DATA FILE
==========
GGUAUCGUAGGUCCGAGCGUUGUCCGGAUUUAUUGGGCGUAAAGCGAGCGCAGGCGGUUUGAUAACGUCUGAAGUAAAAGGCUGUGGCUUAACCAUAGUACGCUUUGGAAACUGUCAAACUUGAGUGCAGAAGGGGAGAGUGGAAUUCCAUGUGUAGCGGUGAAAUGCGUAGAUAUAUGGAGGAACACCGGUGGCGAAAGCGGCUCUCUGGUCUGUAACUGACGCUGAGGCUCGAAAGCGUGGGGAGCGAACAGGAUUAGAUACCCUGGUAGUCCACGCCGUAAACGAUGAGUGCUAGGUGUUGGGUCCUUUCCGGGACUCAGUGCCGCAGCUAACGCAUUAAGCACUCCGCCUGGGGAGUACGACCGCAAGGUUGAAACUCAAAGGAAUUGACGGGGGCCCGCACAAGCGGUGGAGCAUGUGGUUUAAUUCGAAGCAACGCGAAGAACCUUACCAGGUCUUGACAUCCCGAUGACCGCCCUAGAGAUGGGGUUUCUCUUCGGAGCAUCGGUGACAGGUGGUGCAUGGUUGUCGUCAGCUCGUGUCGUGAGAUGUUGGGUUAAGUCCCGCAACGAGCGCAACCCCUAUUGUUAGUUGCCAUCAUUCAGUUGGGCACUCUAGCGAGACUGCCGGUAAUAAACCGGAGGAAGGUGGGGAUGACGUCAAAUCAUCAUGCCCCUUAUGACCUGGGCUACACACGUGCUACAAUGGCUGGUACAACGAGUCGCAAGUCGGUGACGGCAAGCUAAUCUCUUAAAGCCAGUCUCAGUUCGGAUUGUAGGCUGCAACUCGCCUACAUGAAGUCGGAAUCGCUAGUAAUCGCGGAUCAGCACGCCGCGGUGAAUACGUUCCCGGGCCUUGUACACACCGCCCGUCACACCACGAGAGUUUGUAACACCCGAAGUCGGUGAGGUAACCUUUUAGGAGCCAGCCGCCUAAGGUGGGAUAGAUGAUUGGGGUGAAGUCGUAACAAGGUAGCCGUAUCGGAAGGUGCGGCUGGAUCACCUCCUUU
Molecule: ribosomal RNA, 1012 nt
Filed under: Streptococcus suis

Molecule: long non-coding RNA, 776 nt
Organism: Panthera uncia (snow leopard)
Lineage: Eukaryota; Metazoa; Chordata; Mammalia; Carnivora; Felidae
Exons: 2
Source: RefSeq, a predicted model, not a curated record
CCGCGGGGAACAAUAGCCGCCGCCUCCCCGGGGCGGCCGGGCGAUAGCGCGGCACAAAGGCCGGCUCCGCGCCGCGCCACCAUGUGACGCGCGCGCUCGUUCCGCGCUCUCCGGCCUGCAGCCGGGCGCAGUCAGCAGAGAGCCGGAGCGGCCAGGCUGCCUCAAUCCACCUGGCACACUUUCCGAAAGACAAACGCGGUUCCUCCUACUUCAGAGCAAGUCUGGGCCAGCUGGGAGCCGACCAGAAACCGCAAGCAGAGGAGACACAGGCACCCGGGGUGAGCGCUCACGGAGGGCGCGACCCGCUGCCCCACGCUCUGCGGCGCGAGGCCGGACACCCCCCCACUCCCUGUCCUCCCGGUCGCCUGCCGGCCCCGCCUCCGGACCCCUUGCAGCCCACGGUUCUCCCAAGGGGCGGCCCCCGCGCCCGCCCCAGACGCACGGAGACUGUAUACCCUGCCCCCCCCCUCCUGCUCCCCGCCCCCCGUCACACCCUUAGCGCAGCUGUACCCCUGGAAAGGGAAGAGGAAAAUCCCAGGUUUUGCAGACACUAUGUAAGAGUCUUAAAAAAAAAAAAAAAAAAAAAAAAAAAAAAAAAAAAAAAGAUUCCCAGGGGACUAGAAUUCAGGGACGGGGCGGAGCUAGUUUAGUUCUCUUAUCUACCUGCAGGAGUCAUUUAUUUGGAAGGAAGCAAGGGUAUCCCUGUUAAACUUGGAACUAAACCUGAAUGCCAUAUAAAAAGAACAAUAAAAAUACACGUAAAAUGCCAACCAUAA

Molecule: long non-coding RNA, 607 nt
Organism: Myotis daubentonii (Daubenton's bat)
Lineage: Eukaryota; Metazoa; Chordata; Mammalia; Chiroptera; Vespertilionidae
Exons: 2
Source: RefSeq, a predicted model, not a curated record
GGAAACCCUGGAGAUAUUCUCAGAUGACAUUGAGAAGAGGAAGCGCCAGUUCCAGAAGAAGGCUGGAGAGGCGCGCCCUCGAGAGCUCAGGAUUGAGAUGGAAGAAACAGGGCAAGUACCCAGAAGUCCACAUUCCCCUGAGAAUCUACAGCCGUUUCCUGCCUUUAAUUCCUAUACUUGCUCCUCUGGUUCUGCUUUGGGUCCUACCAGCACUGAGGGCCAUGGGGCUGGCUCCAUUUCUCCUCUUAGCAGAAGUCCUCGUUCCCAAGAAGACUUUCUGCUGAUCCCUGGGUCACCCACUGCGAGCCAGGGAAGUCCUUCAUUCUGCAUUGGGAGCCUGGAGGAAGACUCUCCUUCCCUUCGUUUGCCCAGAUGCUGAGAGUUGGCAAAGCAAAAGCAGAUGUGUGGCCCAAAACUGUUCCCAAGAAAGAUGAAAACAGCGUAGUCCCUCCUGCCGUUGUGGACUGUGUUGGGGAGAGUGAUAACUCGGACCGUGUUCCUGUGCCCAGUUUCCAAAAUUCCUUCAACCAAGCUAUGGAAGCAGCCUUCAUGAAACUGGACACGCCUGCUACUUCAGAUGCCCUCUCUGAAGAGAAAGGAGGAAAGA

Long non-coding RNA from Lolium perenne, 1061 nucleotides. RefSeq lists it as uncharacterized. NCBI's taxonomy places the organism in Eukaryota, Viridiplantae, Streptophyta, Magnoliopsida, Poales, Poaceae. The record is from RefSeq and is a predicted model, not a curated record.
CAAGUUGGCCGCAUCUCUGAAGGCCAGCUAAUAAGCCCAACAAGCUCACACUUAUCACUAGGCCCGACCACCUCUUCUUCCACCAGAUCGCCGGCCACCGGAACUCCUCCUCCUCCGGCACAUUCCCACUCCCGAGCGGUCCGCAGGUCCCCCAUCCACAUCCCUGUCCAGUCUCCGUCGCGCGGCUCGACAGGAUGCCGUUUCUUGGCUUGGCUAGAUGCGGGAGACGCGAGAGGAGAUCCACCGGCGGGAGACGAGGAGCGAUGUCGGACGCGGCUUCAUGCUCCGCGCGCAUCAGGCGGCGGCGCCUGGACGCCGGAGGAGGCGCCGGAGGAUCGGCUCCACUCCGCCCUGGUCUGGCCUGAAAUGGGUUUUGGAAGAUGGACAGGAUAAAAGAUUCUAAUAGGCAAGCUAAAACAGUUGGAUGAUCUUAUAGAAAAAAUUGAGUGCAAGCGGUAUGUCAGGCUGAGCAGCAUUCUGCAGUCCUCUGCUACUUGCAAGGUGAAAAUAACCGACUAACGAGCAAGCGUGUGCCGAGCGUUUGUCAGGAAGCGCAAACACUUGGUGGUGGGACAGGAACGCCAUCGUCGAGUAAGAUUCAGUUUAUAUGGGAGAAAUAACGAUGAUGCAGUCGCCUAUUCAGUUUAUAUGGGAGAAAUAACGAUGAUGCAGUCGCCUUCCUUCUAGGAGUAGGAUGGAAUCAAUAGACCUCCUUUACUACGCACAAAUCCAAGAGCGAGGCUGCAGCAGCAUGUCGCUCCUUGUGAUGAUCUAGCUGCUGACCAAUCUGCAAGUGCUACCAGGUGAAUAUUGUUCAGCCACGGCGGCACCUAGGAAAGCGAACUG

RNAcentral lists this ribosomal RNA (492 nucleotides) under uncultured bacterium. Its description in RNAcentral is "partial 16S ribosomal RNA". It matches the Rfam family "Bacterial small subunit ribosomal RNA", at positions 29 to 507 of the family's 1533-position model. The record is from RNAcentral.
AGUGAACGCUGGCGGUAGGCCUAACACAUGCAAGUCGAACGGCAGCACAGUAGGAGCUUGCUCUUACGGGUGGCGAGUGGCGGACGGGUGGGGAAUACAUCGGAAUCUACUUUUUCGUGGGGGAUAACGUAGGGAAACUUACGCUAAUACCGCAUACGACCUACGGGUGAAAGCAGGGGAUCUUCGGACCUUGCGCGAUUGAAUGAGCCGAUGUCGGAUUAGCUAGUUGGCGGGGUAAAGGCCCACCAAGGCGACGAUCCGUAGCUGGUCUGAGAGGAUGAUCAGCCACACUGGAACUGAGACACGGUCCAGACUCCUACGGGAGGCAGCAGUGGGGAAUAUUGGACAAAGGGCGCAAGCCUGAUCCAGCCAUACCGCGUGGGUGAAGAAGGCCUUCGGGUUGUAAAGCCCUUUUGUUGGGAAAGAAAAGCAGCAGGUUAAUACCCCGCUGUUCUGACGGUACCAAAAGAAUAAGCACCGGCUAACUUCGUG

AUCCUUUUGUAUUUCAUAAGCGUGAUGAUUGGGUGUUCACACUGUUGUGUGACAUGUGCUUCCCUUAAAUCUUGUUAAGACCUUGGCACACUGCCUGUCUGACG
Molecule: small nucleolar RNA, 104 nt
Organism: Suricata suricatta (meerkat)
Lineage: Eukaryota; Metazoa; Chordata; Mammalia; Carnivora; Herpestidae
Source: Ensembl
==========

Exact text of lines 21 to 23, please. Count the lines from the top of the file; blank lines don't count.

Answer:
Molecule: small nucleolar RNA, 104 nt
Organism: Suricata suricatta (meerkat)
Lineage: Eukaryota; Metazoa; Chordata; Mammalia; Carnivora; Herpestidae